The impact that the new diseases brought from Europe had on the native populations was nothing short of devastating. Conservative death estimates suggest that around 50% of these native populations died, but it appears that the estimates that suggest death numbers might be over 90% mortality may be a lot more accurate. Historians are still trying to discover all the diseases that were spread and to grasp a clear and accurate mortality number, but we are sure that one of the diseases that caused such devastation was smallpox and, because the virus was so strong and traveled so easily, many populations of native tribes fell to the disease and death without ever meeting any of the Europeans who originally brought the disease to their lands. Another disease that is know to have causes large scale death and destruction to the Native Americans was influenza. Neither of these diseases was known in the Americas before the arrival of the Europeans so no native animal or person was immune from these diseases and had little to no defense. As the Native Americans fell sick and perished (and their civilizations failed), the Europeans would give thanks to God and see the death/destruction of the natives as a blessing and a mandate from God; that the land was theirs to tame and occupy, that the natives were sinners, etc... and not worthy of the land, and that the land was a gift from God for them. These thoughts and prejudices allow the settlers to see themselves as the true owners of the land and to see themselves as better and more worthy than the native populations. These viewpoints would justify the exploitation of the land and the European settlers would feel justified in their minds that their actions were right and appropriate... and not greedy and unrighteous. It allowed them to look at the natives and label them 'savages' and other forms of animals - not actually human beings like unto themselves (and God's image).

Some of these views we as a human race are still struggling with. Racism, exploitation, belief in Godly entitlement... these are all viewpoints that can easily be found on a daily basis in our communities. I wish I had easy answers to solve the problem but I really don't. What I know I can do is work to change myself and work to create change in my community. What do you think? What are you doing?

pictures from: http://www.instantshift.com/2010/08/24/88-brilliant-examples-of-forced-perspective-photography/, http://www.albinocrowgallery.com/murals.html, http://www.zmescience.com/ecology/animals-ecology/beaver-damn-climate-change-17122014/, http://en.wikipedia.org/wiki/Slavery_among_Native_Americans_in_the_United_States, https://www.pinterest.com/russellgavin/black-native-americansmixed-race/, http://en.wikipedia.org/wiki/Atlantic_slave_trade, http://www.billsbearrugs.com/clearance/, http://natureworksct.blogspot.com/2012/03/grow-food.html, http://indiancountrytodaymedianetwork.com/2012/05/21/american-history-myths-debunked-columbus-might-have-been-jewish-and-other-unknown-facts, http://myhorse.com/blogs/horse-breeds-information/wild-or-rescued-horses/colorado-state-university-researchers-try-birth-control-vaccine-on-wild-horse-herd/, http://research.cnr.ncsu.edu/blogs/news/2011/05/04/wild-hogs-researchers-examine-impact-of-feral-pigs-in-eastern-n-c/, http://inhabitat.com/epa-declares-more-than-half-of-us-rivers-unfit-for-aquatic-life/, http://miriadna.com/wallpapers/forest, http://www.wildmanstevebrill.com/Plants.Folder/Dandelion.html, http://en.wikipedia.org/wiki/Beaver_hat, http://en.wikipedia.org/wiki/Potato, http://espressostalinist.com/genocide/native-american-genocide/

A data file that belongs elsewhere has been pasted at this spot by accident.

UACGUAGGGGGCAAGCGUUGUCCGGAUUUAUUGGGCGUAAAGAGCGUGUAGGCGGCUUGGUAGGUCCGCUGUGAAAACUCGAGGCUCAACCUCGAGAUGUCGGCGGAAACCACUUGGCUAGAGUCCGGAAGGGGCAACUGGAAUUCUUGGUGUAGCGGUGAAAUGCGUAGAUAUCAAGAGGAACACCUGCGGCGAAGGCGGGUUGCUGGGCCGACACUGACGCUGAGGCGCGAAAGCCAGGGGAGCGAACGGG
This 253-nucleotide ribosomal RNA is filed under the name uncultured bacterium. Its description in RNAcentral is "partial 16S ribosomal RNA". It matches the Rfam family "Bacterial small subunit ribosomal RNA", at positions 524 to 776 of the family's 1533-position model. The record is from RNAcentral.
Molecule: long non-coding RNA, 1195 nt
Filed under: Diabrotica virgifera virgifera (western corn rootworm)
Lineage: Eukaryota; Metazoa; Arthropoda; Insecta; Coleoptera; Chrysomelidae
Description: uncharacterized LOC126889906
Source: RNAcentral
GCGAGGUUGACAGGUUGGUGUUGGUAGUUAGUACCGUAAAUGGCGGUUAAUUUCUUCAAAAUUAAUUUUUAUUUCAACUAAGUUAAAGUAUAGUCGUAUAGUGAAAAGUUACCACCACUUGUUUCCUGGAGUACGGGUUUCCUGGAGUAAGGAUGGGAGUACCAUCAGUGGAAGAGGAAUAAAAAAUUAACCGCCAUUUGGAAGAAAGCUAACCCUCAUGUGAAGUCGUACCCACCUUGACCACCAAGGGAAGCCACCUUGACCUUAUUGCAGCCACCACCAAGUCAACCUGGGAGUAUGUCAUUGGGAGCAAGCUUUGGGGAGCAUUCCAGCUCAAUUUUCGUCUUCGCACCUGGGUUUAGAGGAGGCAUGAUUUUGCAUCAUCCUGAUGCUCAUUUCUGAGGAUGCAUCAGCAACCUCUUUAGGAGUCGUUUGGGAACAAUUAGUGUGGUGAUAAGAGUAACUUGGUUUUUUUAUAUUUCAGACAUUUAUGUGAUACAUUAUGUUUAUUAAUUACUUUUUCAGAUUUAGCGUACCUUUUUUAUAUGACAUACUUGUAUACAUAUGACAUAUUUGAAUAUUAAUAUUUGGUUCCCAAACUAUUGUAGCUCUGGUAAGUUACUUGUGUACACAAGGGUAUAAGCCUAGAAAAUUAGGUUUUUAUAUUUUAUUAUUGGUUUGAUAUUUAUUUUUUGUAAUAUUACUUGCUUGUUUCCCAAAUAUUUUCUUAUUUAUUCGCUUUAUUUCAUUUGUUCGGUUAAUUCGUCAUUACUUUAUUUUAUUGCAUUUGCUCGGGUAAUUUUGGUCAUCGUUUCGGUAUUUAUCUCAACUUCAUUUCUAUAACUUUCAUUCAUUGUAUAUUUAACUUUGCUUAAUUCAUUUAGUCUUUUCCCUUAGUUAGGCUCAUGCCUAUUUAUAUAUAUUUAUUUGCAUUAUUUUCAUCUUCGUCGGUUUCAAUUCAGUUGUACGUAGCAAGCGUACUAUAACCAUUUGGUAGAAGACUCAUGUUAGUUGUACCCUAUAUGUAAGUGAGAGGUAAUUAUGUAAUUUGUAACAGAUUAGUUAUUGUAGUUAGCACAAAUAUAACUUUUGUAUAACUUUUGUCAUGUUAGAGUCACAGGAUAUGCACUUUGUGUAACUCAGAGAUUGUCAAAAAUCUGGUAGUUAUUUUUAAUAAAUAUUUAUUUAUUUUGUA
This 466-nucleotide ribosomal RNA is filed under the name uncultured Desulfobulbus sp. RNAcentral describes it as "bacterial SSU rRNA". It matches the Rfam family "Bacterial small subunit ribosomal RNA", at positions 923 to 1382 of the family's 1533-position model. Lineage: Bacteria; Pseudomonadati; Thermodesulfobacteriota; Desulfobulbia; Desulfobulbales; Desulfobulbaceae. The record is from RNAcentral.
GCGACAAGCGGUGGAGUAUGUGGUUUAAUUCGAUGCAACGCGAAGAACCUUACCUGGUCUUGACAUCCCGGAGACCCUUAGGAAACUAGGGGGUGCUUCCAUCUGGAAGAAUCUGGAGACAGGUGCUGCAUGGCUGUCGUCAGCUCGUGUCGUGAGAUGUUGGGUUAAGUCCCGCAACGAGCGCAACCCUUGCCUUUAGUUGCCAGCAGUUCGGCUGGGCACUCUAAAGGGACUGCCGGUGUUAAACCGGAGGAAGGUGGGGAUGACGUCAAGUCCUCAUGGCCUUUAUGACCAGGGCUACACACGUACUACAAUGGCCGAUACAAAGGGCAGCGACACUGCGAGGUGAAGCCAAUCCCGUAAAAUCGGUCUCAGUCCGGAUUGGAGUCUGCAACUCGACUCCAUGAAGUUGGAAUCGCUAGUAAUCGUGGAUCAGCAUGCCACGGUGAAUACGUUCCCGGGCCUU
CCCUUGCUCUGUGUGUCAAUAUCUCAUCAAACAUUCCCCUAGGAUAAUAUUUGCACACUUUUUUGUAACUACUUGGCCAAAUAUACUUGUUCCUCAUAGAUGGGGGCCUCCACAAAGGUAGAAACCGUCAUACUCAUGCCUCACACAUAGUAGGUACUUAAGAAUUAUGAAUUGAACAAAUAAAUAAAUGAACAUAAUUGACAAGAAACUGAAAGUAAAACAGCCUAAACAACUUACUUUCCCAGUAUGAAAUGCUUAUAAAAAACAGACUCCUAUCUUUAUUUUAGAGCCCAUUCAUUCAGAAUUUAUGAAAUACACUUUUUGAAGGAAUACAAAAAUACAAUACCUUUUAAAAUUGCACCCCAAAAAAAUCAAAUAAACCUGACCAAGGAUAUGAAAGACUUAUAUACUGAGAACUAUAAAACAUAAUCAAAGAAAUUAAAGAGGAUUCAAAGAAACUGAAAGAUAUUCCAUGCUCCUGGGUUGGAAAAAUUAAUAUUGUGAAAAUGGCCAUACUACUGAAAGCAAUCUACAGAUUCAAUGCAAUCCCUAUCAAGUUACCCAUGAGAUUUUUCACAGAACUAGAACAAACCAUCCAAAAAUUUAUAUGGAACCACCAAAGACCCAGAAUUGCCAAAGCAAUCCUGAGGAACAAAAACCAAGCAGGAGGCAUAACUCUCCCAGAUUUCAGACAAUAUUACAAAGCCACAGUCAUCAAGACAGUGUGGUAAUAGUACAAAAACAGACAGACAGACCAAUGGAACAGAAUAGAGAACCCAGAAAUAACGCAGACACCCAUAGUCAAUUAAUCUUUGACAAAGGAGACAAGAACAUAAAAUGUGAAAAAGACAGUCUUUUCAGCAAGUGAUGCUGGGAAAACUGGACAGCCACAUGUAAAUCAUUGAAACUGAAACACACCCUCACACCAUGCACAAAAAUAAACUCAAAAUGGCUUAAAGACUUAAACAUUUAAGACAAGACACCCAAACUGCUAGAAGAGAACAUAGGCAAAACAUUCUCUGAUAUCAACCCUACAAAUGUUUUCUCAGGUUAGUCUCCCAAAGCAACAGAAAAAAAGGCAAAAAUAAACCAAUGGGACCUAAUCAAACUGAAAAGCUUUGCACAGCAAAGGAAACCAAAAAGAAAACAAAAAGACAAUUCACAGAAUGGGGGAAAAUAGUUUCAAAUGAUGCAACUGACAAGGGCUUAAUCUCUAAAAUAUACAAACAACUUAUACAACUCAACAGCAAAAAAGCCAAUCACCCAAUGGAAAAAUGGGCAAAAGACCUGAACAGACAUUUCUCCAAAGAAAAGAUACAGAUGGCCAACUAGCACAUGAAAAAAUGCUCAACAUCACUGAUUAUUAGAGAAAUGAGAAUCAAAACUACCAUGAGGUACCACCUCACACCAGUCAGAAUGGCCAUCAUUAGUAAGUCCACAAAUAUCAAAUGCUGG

Eugenics in America After 1945: Term Post #2

...Here are some examples:

North Carolina had a sterilization program in place from 1929-1974 in which approximately 7,600 individuals were sterilized with over 70% of those coming after 1945 when the program expanded after World War II. One unique aspect of North Carolina's laws was that they were written allowing people to be recommended for sterilization by doctors, social workers and other government employees they dealt with in their communities and homes. About 85% of those referred for sterilization were women. One guideline for sterilization was if a person had an IQ of less than 70. In July 2013, the state set aside ten million dollars for compensation to the verifiable victims of this program of which approximately 3000 are thought to be still alive.

In the 1950’s, black women in the south became targets of forced sterilization via tubal litigation or hysterectomy, commonly referred to by women as “Mississippi appendectomies,” because women entered hospitals to have abdominal surgery and left unknowingly without their uteri. In 1972, testimony before a US Senate committee brought to light at least 2,000 involuntary sterilizations that had been performed on poor black women who were mothers with multiple children. They were usually told that their appendix needed to be removed and were sterilized at that time or at the birth of a child, especially if the women was unmarried. There is evidence that many women may never have known why they couldn't conceive.